Investigation of Dynamic Mechanical Properties of Jute/Carbon Reinforced Composites

In the last few decades, due to their advanced properties, there has been an increasing interest in hybrid composite materials. In this study, the effect of different stacking sequences of jute and carbon fabric plies on dynamic mechanical properties of composite laminates were investigated. Vacuum bagging system was used to fabricate the composite samples. Each composite laminate was reinforced with two plies of jute fabric and two plies of carbon fabric by varying the position of layers. Dynamic mechanical analyzer (DMA) was used to examine the dynamic mechanical properties of composite laminates with increasing temperature. Results showed that the composite sample, which has carbon fabric at the outer layers, has the highest storage and loss modulus. Besides, it was observed that glass transition temperature (Tg) of samples are close to each other and at about 75 °C.

Nanomechanical Characterization of Titanium Alloy Modified by Nitrogen Ion Implantation

An ion implantation technique was used for designing the surface area of a titanium alloy and for irradiation-enhanced hardening of the surface. The Ti6Al4V alloy was treated by nitrogen ion implantation at fluences of 2·1017 and 4·1017 cm-2 and at ion energy 90 keV. The depth distribution of the nitrogen was investigated by Rutherford Backscattering Spectroscopy. The gradient of mechanical properties was investigated by nanoindentation. The continuous measurement mode was used to obtain depth profiles of the indentation hardness and the reduced storage modulus of the modified surface area. The reduced storage modulus and the hardness increase with increasing fluence. Increased fluence shifts the peak of the mechanical properties as well as the peak of nitrogen concentration towards to the surface. This effect suggests a direct relationship between mechanical properties and nitrogen distribution.

Energy Efficiency Approach to Reduce Costs of Ownership of Air Jet Weaving

Air jet weaving is the most productive, but also the most energy consuming weaving method. Increasing energy costs and environmental impact are constantly a challenge for the manufacturers of weaving machines. Current technological developments concern with low energy costs, low environmental impact, high productivity, and constant product quality. The high degree of energy consumption of the method can be ascribed to the high need of compressed air. An energy efficiency method is applied to the air jet weaving technology. Such method identifies and classifies the main relevant energy consumers and processes from the exergy point of view and it leads to the identification of energy efficiency potentials during the weft insertion process. Starting from the design phase, energy efficiency is considered as the central requirement to be satisfied. The initial phase of the method consists of an analysis of the state of the art of the main weft insertion components in order to point out a prioritization of the high demanding energy components and processes. The identified major components are investigated to reduce the high demand of energy of the weft insertion process. During the interaction of the flow field coming from the relay nozzles within the profiled reed, only a minor part of the stream is really accelerating the weft yarn, hence resulting in large energy inefficiency. Different tools such as FEM analysis, CFD simulation models and experimental analysis are used in order to design a more energy efficient design of the involved components in the filling insertion. A different concept for the metal strip of the profiled reed is developed. The developed metal strip allows a reduction of the machine energy consumption. Based on a parametric and aerodynamic study, the designed reed transmits higher values of the flow power to the filling yarn. The innovative reed fulfills both the requirement of raising energy efficiency and the compliance with the weaving constraints.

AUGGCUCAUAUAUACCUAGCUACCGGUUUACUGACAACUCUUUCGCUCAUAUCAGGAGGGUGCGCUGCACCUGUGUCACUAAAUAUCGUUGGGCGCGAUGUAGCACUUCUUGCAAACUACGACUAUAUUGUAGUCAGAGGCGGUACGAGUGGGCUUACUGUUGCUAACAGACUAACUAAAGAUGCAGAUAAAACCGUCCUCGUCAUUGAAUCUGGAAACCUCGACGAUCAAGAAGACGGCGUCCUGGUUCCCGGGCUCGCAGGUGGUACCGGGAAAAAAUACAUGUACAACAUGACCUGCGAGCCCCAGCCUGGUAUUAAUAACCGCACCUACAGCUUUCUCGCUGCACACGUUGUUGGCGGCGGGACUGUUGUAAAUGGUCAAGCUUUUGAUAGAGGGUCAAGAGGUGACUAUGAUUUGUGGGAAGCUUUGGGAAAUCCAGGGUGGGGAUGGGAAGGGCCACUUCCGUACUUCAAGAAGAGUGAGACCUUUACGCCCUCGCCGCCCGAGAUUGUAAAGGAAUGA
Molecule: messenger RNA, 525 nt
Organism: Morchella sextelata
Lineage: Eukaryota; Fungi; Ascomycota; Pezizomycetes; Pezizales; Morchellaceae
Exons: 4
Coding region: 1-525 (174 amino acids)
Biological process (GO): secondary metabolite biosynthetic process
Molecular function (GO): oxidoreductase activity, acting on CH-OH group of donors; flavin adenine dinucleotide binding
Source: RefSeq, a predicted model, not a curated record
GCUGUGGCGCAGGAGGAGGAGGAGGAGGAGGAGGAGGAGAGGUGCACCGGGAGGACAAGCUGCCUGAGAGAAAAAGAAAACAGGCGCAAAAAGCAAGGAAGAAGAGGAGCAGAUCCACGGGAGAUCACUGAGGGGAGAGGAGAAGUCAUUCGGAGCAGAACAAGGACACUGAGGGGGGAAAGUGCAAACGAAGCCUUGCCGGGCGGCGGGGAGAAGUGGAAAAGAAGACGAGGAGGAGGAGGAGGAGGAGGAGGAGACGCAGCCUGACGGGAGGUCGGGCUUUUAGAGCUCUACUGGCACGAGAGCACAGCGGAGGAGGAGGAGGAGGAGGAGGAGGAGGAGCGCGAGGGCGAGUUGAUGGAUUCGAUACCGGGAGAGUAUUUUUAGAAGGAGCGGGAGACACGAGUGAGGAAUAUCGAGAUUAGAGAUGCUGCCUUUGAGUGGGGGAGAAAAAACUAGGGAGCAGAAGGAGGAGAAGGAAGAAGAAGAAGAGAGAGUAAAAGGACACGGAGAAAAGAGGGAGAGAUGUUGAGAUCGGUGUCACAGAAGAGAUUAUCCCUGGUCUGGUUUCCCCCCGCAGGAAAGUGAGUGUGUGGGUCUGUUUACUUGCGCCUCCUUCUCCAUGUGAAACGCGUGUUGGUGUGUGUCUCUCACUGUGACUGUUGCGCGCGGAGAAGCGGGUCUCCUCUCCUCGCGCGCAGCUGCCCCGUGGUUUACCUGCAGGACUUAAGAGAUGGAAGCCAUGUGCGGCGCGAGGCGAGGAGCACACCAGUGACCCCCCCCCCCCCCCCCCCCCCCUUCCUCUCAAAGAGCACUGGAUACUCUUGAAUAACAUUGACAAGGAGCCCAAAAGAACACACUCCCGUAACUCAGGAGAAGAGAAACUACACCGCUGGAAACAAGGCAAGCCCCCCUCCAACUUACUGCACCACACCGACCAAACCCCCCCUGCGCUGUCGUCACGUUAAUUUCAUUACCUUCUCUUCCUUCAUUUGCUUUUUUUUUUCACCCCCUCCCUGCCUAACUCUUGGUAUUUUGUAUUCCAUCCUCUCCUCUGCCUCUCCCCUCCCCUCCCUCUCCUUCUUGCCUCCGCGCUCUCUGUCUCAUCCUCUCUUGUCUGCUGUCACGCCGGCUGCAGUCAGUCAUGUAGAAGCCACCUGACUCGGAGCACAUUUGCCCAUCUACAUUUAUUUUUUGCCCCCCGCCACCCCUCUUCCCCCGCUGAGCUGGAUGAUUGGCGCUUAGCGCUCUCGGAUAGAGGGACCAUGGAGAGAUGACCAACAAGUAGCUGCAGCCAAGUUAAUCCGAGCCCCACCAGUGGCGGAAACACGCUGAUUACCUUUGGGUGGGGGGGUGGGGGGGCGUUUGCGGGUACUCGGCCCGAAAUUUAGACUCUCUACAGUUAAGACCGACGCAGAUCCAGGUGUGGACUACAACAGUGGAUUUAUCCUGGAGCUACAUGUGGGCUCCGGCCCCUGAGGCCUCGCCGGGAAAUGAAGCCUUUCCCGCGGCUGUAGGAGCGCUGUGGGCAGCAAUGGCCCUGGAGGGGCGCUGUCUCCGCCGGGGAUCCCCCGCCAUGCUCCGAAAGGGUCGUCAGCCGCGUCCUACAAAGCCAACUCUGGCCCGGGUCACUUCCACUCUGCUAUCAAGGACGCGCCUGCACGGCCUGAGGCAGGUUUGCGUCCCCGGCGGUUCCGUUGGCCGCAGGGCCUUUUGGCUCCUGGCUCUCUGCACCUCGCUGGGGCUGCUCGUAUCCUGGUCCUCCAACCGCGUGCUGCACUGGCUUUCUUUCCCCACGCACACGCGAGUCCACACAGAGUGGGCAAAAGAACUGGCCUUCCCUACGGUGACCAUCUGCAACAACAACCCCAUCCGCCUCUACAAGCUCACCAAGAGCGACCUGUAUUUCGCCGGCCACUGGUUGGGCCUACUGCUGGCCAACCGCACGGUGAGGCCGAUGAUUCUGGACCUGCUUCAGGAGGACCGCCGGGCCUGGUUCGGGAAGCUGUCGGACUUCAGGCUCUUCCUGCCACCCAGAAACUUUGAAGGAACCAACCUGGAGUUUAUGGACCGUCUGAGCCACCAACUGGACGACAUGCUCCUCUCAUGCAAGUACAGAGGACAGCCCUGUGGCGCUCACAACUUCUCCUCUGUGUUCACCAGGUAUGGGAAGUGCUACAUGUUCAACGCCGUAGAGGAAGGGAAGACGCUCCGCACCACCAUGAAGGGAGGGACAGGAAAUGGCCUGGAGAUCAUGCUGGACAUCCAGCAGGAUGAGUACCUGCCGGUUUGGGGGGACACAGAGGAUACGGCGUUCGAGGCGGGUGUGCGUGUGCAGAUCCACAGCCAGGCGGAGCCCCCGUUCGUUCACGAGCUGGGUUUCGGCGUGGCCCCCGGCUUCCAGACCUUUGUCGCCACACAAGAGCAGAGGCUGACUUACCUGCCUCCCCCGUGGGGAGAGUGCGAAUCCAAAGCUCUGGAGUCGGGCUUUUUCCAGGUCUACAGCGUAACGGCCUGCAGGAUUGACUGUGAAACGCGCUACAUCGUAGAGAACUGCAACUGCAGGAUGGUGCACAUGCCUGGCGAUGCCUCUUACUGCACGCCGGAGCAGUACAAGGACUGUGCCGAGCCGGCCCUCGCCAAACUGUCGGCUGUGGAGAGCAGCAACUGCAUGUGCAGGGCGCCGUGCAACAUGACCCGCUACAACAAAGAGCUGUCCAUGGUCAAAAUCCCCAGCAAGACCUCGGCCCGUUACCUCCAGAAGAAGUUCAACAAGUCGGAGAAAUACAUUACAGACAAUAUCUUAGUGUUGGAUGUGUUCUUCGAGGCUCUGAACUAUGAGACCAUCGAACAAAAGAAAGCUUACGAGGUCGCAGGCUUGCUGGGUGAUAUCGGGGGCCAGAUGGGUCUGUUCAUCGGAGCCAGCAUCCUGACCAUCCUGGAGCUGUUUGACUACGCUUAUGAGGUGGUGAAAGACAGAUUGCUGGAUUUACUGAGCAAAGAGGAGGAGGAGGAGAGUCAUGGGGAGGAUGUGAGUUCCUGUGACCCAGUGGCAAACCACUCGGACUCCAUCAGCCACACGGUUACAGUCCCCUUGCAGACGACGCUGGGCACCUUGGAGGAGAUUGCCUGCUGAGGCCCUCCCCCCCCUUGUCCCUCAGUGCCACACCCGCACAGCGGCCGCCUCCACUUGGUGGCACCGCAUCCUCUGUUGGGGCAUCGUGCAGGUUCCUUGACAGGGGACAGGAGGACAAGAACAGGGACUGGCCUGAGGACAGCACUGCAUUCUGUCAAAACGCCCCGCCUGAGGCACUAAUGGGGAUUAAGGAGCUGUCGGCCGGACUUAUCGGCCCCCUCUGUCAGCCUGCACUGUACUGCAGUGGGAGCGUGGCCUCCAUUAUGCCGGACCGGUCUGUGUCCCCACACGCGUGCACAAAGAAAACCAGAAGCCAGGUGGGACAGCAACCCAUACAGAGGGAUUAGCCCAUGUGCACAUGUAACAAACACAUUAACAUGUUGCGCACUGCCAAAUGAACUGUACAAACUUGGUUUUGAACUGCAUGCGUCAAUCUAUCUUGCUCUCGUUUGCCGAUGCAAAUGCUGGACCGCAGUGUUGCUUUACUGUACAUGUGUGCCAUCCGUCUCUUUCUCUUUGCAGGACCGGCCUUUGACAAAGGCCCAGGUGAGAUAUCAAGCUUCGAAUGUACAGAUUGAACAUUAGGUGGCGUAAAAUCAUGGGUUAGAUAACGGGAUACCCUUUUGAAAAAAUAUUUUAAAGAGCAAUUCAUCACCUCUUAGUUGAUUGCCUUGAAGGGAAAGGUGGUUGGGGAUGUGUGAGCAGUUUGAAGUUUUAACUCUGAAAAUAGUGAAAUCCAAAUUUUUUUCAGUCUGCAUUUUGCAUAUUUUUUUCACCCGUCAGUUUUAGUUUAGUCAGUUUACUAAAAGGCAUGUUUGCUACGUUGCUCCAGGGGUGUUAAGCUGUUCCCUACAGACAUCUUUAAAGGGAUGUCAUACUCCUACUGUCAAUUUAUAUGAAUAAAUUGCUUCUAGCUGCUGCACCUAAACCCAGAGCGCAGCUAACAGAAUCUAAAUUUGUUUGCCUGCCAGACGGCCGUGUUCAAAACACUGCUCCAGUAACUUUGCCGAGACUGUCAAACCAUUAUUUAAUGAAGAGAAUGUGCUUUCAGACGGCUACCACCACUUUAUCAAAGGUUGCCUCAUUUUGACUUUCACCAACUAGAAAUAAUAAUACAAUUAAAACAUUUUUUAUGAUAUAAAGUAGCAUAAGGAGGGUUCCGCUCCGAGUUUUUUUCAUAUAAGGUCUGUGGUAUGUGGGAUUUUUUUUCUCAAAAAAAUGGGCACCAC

Metallurgy of Friction Welding of Porous Stainless Steel-Solid Iron Billets

The research work reported here was aimed at investigating the feasibility of joining high-porosity stainless steel discs and wrought iron bars by friction welding. The sound friction-welded joints were then subjected to a metallurgical investigation and an analysis of failure resulting from tensile loading. Discs having 50 mm diameter and 10 mm thickness were produced by loose sintering of stainless steel powder at a temperature of 1350 oC in an argon atmosphere for one hour. Minor machining was then carried out to control the dimensions of the discs, and the density of each disc could then be determined. The level of porosity was calculated and was found to be about 40% in all of those discs. Solid wrought iron bars were also machined to facilitate tensile testing of the joints produced by friction welding. Using our previously gained experience, the porous stainless steel disc and the wrought iron tube were successfully friction welded. SEM was employed to examine the fracture surface after a tensile test of the joint in order to determine the type of failure. It revealed that the failure did not occur in the joint, but rather in the in the porous metal in the area adjacent to the joint. The load carrying capacity was actually determined by the strength of the porous metal and not by that of the welded joint. Macroscopic and microscopic metallographic examinations were also performed and showed that the welded joint involved a dense heat-affected zone where the porous metal underwent densification at elevated temperature, explaining and supporting the findings of the SEM study.